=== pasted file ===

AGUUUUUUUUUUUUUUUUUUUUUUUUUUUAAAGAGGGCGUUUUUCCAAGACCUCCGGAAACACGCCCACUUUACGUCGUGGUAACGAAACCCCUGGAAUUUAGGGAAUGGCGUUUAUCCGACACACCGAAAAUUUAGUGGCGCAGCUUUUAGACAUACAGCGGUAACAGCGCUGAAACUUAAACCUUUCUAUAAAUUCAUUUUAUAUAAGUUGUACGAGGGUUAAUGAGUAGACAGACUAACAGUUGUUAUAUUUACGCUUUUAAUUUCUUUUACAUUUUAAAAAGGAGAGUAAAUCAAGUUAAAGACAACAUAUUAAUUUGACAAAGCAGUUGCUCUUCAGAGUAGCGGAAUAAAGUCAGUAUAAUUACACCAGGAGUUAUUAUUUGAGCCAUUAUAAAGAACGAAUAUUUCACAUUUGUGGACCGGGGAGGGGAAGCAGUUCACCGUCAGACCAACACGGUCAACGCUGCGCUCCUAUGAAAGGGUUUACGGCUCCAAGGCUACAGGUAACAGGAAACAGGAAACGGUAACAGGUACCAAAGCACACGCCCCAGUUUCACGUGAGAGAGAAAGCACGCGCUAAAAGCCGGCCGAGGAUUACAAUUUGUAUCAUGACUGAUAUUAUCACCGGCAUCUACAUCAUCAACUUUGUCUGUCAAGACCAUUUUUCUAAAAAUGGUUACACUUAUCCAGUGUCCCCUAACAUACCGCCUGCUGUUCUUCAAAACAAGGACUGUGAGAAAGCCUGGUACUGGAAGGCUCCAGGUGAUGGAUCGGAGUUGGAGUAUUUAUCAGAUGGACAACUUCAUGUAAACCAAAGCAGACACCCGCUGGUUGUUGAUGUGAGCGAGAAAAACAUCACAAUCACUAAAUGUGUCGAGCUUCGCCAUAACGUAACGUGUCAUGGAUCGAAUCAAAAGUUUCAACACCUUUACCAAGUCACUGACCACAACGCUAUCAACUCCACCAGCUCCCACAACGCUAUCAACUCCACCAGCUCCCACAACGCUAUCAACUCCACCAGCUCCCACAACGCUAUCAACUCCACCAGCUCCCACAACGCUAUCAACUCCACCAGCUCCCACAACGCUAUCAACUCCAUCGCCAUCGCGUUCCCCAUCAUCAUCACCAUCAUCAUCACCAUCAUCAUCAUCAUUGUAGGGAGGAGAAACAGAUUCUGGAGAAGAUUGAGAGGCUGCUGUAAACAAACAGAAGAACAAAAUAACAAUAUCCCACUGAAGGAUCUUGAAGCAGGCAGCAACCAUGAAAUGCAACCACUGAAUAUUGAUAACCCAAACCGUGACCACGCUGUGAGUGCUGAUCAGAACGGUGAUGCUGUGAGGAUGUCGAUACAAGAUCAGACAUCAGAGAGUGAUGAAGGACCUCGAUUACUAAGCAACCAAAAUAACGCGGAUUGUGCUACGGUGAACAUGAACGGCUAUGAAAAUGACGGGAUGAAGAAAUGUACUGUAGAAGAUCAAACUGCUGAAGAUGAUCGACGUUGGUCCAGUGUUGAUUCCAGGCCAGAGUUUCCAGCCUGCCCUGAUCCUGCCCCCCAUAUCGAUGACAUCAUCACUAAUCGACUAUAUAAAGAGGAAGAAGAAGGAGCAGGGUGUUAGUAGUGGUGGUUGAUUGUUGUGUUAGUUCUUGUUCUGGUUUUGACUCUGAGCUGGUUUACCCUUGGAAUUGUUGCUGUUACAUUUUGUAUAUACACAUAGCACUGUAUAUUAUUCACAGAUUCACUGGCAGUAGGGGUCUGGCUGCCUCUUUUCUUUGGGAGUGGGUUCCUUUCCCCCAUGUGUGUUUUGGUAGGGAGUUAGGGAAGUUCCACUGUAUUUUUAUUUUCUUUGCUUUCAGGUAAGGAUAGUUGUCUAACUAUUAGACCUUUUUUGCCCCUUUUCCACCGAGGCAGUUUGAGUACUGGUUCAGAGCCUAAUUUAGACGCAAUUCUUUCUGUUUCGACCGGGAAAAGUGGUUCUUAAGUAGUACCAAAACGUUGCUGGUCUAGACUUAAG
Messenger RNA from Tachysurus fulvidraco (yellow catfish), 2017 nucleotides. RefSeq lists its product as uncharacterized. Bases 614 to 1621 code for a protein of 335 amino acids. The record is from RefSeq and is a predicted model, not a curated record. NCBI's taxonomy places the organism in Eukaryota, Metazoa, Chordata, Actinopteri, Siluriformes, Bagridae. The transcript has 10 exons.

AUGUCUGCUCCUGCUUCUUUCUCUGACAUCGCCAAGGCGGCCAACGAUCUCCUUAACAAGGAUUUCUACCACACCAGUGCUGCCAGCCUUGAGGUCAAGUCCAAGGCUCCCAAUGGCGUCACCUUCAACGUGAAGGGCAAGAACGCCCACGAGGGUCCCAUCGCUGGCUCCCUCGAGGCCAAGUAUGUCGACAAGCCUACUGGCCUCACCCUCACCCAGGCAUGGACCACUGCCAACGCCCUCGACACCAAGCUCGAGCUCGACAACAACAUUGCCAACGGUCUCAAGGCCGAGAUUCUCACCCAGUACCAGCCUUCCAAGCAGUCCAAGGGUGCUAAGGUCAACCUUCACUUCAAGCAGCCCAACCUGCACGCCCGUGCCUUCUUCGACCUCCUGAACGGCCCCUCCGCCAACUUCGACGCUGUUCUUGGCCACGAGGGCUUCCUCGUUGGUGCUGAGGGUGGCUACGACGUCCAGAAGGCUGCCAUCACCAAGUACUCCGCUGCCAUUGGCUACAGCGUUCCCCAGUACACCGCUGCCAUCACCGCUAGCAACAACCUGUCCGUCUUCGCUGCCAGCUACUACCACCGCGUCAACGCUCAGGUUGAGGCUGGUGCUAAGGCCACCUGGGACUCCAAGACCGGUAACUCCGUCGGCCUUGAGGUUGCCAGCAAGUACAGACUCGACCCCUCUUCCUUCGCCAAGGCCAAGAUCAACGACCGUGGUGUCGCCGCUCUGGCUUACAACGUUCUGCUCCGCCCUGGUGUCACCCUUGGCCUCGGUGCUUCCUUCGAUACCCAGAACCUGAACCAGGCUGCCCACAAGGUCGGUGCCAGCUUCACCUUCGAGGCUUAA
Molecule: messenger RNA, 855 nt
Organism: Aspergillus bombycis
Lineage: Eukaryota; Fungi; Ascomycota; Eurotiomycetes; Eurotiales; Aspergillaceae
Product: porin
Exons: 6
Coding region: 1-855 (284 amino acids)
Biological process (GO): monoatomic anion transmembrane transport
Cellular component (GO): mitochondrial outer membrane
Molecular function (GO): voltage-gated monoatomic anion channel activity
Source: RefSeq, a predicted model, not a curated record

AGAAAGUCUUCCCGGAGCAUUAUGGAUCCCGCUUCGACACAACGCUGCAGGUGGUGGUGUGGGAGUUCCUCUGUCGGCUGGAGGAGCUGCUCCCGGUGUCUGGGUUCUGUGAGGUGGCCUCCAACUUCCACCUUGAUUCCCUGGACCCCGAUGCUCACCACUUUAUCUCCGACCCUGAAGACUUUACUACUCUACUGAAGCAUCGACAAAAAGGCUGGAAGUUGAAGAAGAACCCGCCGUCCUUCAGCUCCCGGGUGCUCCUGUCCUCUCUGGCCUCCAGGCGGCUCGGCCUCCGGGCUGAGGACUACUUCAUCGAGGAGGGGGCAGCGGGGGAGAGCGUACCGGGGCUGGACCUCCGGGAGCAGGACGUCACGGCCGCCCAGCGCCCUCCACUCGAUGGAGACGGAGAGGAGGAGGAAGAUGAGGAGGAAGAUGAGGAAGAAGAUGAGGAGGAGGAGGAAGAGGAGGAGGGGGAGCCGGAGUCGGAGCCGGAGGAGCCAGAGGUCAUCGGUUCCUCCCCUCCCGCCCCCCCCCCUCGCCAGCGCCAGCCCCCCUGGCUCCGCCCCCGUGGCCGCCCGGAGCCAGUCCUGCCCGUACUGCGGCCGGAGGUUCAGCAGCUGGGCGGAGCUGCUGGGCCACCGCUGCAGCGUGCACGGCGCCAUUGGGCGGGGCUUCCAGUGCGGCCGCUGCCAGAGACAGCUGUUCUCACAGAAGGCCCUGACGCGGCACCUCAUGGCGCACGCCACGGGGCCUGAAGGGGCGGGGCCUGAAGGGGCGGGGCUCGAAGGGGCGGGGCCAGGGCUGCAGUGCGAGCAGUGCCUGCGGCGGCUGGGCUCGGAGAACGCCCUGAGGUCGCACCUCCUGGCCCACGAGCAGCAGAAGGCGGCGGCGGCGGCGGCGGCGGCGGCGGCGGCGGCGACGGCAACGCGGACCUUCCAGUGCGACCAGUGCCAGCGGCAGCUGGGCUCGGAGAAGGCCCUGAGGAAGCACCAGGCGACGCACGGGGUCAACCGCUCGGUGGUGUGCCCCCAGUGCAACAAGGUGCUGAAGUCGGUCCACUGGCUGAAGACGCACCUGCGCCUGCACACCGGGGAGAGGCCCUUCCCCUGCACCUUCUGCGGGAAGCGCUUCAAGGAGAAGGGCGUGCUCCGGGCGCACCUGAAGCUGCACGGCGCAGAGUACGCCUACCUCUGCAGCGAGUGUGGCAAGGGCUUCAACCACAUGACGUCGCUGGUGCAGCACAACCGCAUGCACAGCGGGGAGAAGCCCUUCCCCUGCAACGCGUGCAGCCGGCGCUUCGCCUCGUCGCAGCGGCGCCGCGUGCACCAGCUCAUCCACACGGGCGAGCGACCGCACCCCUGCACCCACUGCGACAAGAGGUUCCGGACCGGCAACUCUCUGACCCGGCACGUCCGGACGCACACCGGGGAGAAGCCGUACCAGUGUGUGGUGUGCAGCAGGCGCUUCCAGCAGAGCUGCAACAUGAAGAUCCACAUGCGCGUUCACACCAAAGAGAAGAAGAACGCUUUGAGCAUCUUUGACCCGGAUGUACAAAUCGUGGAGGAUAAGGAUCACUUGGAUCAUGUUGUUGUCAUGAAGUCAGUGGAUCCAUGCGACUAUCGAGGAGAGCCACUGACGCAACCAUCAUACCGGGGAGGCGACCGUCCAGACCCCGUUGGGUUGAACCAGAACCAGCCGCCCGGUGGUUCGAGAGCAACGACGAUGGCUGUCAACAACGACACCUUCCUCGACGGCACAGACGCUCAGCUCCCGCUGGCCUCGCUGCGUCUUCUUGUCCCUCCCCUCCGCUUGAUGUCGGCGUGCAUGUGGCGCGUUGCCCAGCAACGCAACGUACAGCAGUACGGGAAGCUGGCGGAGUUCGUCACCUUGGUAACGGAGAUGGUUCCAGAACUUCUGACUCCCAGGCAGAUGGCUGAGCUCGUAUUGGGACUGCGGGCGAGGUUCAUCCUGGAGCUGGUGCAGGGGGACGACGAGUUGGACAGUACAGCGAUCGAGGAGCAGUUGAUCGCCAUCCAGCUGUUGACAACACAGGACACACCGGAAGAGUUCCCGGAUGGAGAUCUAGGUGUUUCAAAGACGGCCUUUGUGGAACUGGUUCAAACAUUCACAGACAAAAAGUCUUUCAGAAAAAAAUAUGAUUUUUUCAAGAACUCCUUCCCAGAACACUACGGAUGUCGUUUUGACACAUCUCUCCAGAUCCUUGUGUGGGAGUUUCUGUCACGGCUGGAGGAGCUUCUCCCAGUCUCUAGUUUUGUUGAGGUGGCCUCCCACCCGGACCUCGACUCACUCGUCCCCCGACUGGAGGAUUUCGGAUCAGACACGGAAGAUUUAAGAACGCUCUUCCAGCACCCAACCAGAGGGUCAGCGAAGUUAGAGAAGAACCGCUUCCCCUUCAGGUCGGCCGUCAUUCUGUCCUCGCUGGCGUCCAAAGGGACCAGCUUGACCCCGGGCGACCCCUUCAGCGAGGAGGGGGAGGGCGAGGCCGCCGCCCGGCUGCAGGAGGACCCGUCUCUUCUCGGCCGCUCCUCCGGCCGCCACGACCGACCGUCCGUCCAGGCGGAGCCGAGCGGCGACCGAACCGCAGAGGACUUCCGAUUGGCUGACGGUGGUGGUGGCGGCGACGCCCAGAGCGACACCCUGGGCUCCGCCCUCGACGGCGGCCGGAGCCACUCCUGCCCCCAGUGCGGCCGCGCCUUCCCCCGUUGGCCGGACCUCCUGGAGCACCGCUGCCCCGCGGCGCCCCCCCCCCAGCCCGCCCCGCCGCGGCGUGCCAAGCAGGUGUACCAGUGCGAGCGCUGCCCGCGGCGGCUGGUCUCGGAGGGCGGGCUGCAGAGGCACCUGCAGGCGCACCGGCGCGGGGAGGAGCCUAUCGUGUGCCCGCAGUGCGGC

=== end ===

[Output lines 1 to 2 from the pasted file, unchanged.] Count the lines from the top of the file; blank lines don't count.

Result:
AGUUUUUUUUUUUUUUUUUUUUUUUUUUUAAAGAGGGCGUUUUUCCAAGACCUCCGGAAACACGCCCACUUUACGUCGUGGUAACGAAACCCCUGGAAUUUAGGGAAUGGCGUUUAUCCGACACACCGAAAAUUUAGUGGCGCAGCUUUUAGACAUACAGCGGUAACAGCGCUGAAACUUAAACCUUUCUAUAAAUUCAUUUUAUAUAAGUUGUACGAGGGUUAAUGAGUAGACAGACUAACAGUUGUUAUAUUUACGCUUUUAAUUUCUUUUACAUUUUAAAAAGGAGAGUAAAUCAAGUUAAAGACAACAUAUUAAUUUGACAAAGCAGUUGCUCUUCAGAGUAGCGGAAUAAAGUCAGUAUAAUUACACCAGGAGUUAUUAUUUGAGCCAUUAUAAAGAACGAAUAUUUCACAUUUGUGGACCGGGGAGGGGAAGCAGUUCACCGUCAGACCAACACGGUCAACGCUGCGCUCCUAUGAAAGGGUUUACGGCUCCAAGGCUACAGGUAACAGGAAACAGGAAACGGUAACAGGUACCAAAGCACACGCCCCAGUUUCACGUGAGAGAGAAAGCACGCGCUAAAAGCCGGCCGAGGAUUACAAUUUGUAUCAUGACUGAUAUUAUCACCGGCAUCUACAUCAUCAACUUUGUCUGUCAAGACCAUUUUUCUAAAAAUGGUUACACUUAUCCAGUGUCCCCUAACAUACCGCCUGCUGUUCUUCAAAACAAGGACUGUGAGAAAGCCUGGUACUGGAAGGCUCCAGGUGAUGGAUCGGAGUUGGAGUAUUUAUCAGAUGGACAACUUCAUGUAAACCAAAGCAGACACCCGCUGGUUGUUGAUGUGAGCGAGAAAAACAUCACAAUCACUAAAUGUGUCGAGCUUCGCCAUAACGUAACGUGUCAUGGAUCGAAUCAAAAGUUUCAACACCUUUACCAAGUCACUGACCACAACGCUAUCAACUCCACCAGCUCCCACAACGCUAUCAACUCCACCAGCUCCCACAACGCUAUCAACUCCACCAGCUCCCACAACGCUAUCAACUCCACCAGCUCCCACAACGCUAUCAACUCCACCAGCUCCCACAACGCUAUCAACUCCAUCGCCAUCGCGUUCCCCAUCAUCAUCACCAUCAUCAUCACCAUCAUCAUCAUCAUUGUAGGGAGGAGAAACAGAUUCUGGAGAAGAUUGAGAGGCUGCUGUAAACAAACAGAAGAACAAAAUAACAAUAUCCCACUGAAGGAUCUUGAAGCAGGCAGCAACCAUGAAAUGCAACCACUGAAUAUUGAUAACCCAAACCGUGACCACGCUGUGAGUGCUGAUCAGAACGGUGAUGCUGUGAGGAUGUCGAUACAAGAUCAGACAUCAGAGAGUGAUGAAGGACCUCGAUUACUAAGCAACCAAAAUAACGCGGAUUGUGCUACGGUGAACAUGAACGGCUAUGAAAAUGACGGGAUGAAGAAAUGUACUGUAGAAGAUCAAACUGCUGAAGAUGAUCGACGUUGGUCCAGUGUUGAUUCCAGGCCAGAGUUUCCAGCCUGCCCUGAUCCUGCCCCCCAUAUCGAUGACAUCAUCACUAAUCGACUAUAUAAAGAGGAAGAAGAAGGAGCAGGGUGUUAGUAGUGGUGGUUGAUUGUUGUGUUAGUUCUUGUUCUGGUUUUGACUCUGAGCUGGUUUACCCUUGGAAUUGUUGCUGUUACAUUUUGUAUAUACACAUAGCACUGUAUAUUAUUCACAGAUUCACUGGCAGUAGGGGUCUGGCUGCCUCUUUUCUUUGGGAGUGGGUUCCUUUCCCCCAUGUGUGUUUUGGUAGGGAGUUAGGGAAGUUCCACUGUAUUUUUAUUUUCUUUGCUUUCAGGUAAGGAUAGUUGUCUAACUAUUAGACCUUUUUUGCCCCUUUUCCACCGAGGCAGUUUGAGUACUGGUUCAGAGCCUAAUUUAGACGCAAUUCUUUCUGUUUCGACCGGGAAAAGUGGUUCUUAAGUAGUACCAAAACGUUGCUGGUCUAGACUUAAG
Messenger RNA from Tachysurus fulvidraco (yellow catfish), 2017 nucleotides. RefSeq lists its product as uncharacterized. Bases 614 to 1621 code for a protein of 335 amino acids. The record is from RefSeq and is a predicted model, not a curated record. NCBI's taxonomy places the organism in Eukaryota, Metazoa, Chordata, Actinopteri, Siluriformes, Bagridae. The transcript has 10 exons.